That’s where a whole new string of troubles began. Waterbeds are heavy, so he had to have his floor assessed to make sure it could handle the load of a waterbed. The water in waterbeds make them cold to the touch, so he needed a heater to keep it at a comfortable temperature. Every time my grandmother moved the water would slosh around and wake him up, so they had to buy models with baffles and other technology to keep the waves to a minimum. It turned out the water could get bacteria and mold in it, so every month he had to add chemicals to keep it clean. One leak would spell disaster, so he was constantly checking for leaks.
That bed was a giant pain in the ass and finally he threw it away and bought a “white sound” machine. Insomnia gone. Problem solved.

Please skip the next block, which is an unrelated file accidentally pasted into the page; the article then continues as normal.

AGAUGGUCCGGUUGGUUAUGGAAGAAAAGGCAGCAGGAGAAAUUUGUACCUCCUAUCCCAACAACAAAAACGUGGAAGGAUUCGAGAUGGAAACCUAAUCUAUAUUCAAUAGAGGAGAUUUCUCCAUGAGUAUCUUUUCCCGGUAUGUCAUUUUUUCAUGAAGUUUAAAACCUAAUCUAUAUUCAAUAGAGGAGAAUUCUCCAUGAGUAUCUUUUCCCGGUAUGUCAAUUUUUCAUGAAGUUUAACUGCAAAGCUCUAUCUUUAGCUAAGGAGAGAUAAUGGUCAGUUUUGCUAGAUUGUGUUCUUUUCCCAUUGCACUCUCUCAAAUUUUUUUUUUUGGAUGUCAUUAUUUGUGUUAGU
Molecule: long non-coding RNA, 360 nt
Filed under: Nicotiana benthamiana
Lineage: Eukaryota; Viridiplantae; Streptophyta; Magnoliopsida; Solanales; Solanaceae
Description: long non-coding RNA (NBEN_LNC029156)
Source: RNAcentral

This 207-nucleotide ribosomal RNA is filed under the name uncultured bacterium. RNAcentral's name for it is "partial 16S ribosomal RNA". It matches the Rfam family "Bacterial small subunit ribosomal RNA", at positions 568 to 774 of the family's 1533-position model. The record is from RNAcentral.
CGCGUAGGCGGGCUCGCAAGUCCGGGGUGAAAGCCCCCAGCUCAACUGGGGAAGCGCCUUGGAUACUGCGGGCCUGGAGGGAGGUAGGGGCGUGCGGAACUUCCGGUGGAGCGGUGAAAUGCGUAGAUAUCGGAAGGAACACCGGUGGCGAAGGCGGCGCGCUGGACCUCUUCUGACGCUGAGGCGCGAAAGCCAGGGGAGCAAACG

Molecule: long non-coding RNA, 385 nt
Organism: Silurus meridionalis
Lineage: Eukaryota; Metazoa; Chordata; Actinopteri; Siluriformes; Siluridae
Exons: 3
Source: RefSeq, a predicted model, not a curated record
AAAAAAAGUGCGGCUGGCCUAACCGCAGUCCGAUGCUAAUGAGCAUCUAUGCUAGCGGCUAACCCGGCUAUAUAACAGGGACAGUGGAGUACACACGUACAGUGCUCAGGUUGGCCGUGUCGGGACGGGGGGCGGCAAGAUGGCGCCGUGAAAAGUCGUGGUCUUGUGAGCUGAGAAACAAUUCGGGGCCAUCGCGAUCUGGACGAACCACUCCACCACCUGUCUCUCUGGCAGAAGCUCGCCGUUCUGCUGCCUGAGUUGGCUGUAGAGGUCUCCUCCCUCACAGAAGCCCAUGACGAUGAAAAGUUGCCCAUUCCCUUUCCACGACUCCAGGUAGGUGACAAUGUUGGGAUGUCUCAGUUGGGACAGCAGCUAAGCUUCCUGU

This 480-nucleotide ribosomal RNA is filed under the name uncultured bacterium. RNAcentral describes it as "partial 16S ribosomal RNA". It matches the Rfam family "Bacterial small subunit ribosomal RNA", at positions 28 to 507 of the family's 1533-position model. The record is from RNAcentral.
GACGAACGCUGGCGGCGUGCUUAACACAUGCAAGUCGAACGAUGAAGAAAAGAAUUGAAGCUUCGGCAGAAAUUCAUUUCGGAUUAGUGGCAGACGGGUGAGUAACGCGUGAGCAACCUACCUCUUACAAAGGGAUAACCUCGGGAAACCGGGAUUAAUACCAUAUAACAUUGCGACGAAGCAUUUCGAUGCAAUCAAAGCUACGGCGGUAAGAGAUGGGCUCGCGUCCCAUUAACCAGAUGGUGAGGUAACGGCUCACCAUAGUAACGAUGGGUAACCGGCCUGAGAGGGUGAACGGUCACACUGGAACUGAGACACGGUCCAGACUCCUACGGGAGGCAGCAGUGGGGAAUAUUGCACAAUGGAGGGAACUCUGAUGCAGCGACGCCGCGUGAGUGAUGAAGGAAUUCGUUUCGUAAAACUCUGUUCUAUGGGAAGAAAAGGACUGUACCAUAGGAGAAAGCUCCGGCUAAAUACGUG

I was reminded of my grandfather and the waterbed saga during a recent pitch. Here were founders who had defined a real, tangible problem. But their solution went after it piecemeal. Every time they discovered something new — a different facet to the problem, a different audience — they added a feature to address it. The result is what felt like a very complex, brittle product that will never fully solve the problem.
They haven’t launched anything yet but to me it seemed like they’re already headed full speed ahead on a waterbed solution — the kind of solution that will drain valuable time and money as they work to fix all the new, unrelated, increasingly frustrating problems associated with their solution. I can’t help but wonder if there’s a “white noise machine”out there that would easily solve the same problem.
The lesson? If you’re an early-stage founder and you find yourself spending the bulk of your time perfecting a solution that keeps falling apart, run a gut check. Are you focused on the problem or your solution? If the latter, take a step back and make sure you aren’t missing a better approach. It could save you a ton of time and money. And you will definitely sleep better.